Agriculture in Moldova: on the Verge of Emergency

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Agriculture in Moldova is becoming increasingly risky business. Climate change, weak economic positions and lack of strategic management are the key reasons for the approaching collapse of the industry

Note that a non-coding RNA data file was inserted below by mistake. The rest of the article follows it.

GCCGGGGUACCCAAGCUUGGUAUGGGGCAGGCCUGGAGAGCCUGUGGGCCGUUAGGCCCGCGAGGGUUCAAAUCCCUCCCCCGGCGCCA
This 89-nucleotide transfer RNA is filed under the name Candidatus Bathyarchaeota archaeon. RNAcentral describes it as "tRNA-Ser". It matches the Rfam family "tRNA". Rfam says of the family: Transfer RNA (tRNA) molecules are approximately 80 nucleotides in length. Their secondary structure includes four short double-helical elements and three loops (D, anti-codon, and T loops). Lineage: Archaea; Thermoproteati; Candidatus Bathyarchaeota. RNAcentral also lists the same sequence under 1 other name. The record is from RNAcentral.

Last week, weather forecasters issued another warning about heat and drought. The State Hydrometeorological Service reported that the country’s reservoirs have dropped drastically without precipitation, and the population should use water more sparingly. Code red hydrological danger was declared in some areas. In this regard, the talks about the crisis in agriculture re-emerge in the country. The newly appointed sectoral minister Vladimir Bolea even promised to ask the Commission of Emergency Situations to declare emergency state in agriculture. “By the end of the week, we will hold consultations with all relevant institutions and announce urgent measures to mitigate the effects of the drought. We are also negotiating with external partners to secure funding for agriculture,” the official revealed. This year’s abnormal heat and drought is indeed severe and is destroying crops not only in Moldova, but also all over Europe: one third of apples and pears have already been destroyed in Portugal, in Romania farmers expect a quarter of the potato crop to be destroyed and maize to suffer serious losses. However, it is worth admitting that heat and drought come to Moldova actually in a year. In the year when there is no drought, there are floods in the country. Over the past 30 years, our country has only strengthened its status as a zone of risky agriculture. Climate change: deny it or adapt to it Since June 24, a “code orange” danger has been in effect in most of the country due to the hydrological drought – water levels in rivers, including the Dniester, have dropped to critical levels. In addition, this year’s drought has also negatively affected the level of groundwater, which is the main source of drinking water for 100% of the rural population and 30% of the urban population. If we abstract from the current crisis caused by another drought and look back over the past 10-20 years, it will be obvious that droughts and floods are striking our country more and more often. Experts say that climate change leads to an increase in the number of extreme phenomena, and the forecast for the Lower Dniester is far from favorable. Global warming has not bypassed us: from 1991 to 2021 the average temperature in Moldova increased by 1.3°C. The agriculture of the Republic is sensitive to these changes. According to experts, if during the next 10 years the tendency of temperature increase and precipitation decrease does not change, there is a danger that by 2029 the volume of agricultural production will decrease by one quarter. We can already see this degradation. After a serious quarter drop in agricultural production in 1994, almost every other year there has been a further decline in production. In 2020, the industry experienced its deepest crisis in 30 years: agricultural production decreased by 27%. 2022 is also likely to break this anti-record. Moldova is located in the steppe zone of risky agriculture, soil droughts – when the moisture reserves in the soil are depleted and not replenished by rainfall – occur two to three times every five years. Experts urge to stop panicking every time, and to finally use the arsenal of technologies at our disposal to mitigate the negative effects of climate change. For example, to develop a plan to increase the forest cover, to restore the hydrological regime of the Dniester River, to refuse from the traditional arable farming in favor of a system of zero tillage, and to spend money on irrigation systems. The authorities plan to restore Soviet-era irrigation systems by 2030, but this will cost about 2 billion euros. Our country cannot stop global warming. However, we can adapt. Namely, we should adapt, otherwise we will lose not only crops and oil-bearing plants but also traditional viniculture. Gradual but steady warming is already affecting: high temperatures are held too long, grape plants are exposed to critical water stress, and late spring frosts are fraught with 100% losses. Last year, for example, merlot and pinot varieties were damaged. Moldova is one of the most vulnerable countries in Europe to climatic changes. This is influenced, among other things, by the level of people’s dependence on agriculture. Rich people have the resources to cope with climate change – to move north, to build a new house to replace the flooded one. Our population doesn’t. “We don’t talk much about climate change, as if we had nothing to do with it. However, the climate crisis is already hitting us over the head with a club, and we seem not to notice. Yes, the US, China and Russia must reduce their carbon emissions. And we should do our best to adapt,” calls the eco-activist, energy efficiency expert of Green City Lab association Eugen Camenscic. Crisis amid crisis Climate is not the only problem for farmers, thousands of whom are now on the brink of bankruptcy. Having survived the pandemic, they faced unforeseen factors on a regional scale. First, with a huge increase in fuel and fertilizer prices, then with a fan of problems shaped by the war in Ukraine. Moldova was deprived of many export chains because they included Ukrainian infrastructure. Also, our producers were deprived of Ukrainian, Russian and Belarusian markets. The war forced Ukrainian producers to sell a large stock of grain and oilseeds at a relatively low price. This led to a strong decline in purchase prices at a time when the cost of fuel and fertilizers increased significantly. Moreover, the supply chain was disrupted and transporters increased the grain transportation price several times. Moldovan farmers are forced to sell their wheat at half the price than expected, or keep it stored until better times. New prices barely cover production costs. Experts say that there are areas sown with sunflowers, from which farmers will not harvest anything, as there is no point in going to the field with a combine harvester, if the harvesting will be more expensive than the product itself. In March, the Association of Farmers delivered an ultimatum to the government: either the Cabinet of Ministers reduces the price of diesel fuel, or tractors will come to Chisinau again, and the protests of summer 2020 will come back. The government got off with a promise to compensate 30% of the excise tax on diesel fuel used in agriculture. So far, however, the compensations have not been paid. “We can no longer offer compensation and assistance to the whole country, there is no resource to offer it,” Maia Sandu told the farmers. The 26.5 million dollars paid to the farmers in January-April are the payments for last year’s applications. The authorities managed to agree on a year-long increase in quotas for the export of seven types of agricultural products from Moldova to the EU: tomatoes, garlic, table grapes, apples, sweet cherries, plums and grape juice. “We cannot ignore Russia’s military aggression against Ukraine and its influence on Moldova. Along with the elimination of cancelled tariffs on the remaining agricultural products, which have not yet been fully liberalized, Moldova can export duty-free to the EU at least twice as much of its products. With these exceptional measures, the EU deepens its trade relations with Moldova and shows support for stabilizing the country’s economy,” Czech Industry and Trade Minister Jozef Sikela commented on the EU decision. Besides, the apple export issue was also successfully resolved – in April the shipment to Russia was restored, though with significant logistical nuances. Very large investments were made in apple orchards in the last 15 years, but Moldovan apples are in demand only in the Russian market. It cannot be said that no state efforts have been made in the sector at all. For example, the World Bank’s grants of 3.1 million dollars for the development of sustainable agriculture and another 55 million dollars for the development of irrigation of small agricultural land have been attracted, and new markets are being negotiated. At the same time, there is a lack of systematic support and a systemic understanding of processes which turns agriculture into a non-profitable sector. It is high time the authorities developed a clear strategy and model of farming, instead of trying to solve the problems by merging universities, changing responsible officials, and even more so by empty compensation promises. The new Minister Vladimir Bolea has a lot of work – we can only hope that he will be able if not to bring agriculture to “good times”, then at least to get it out of “bad times”.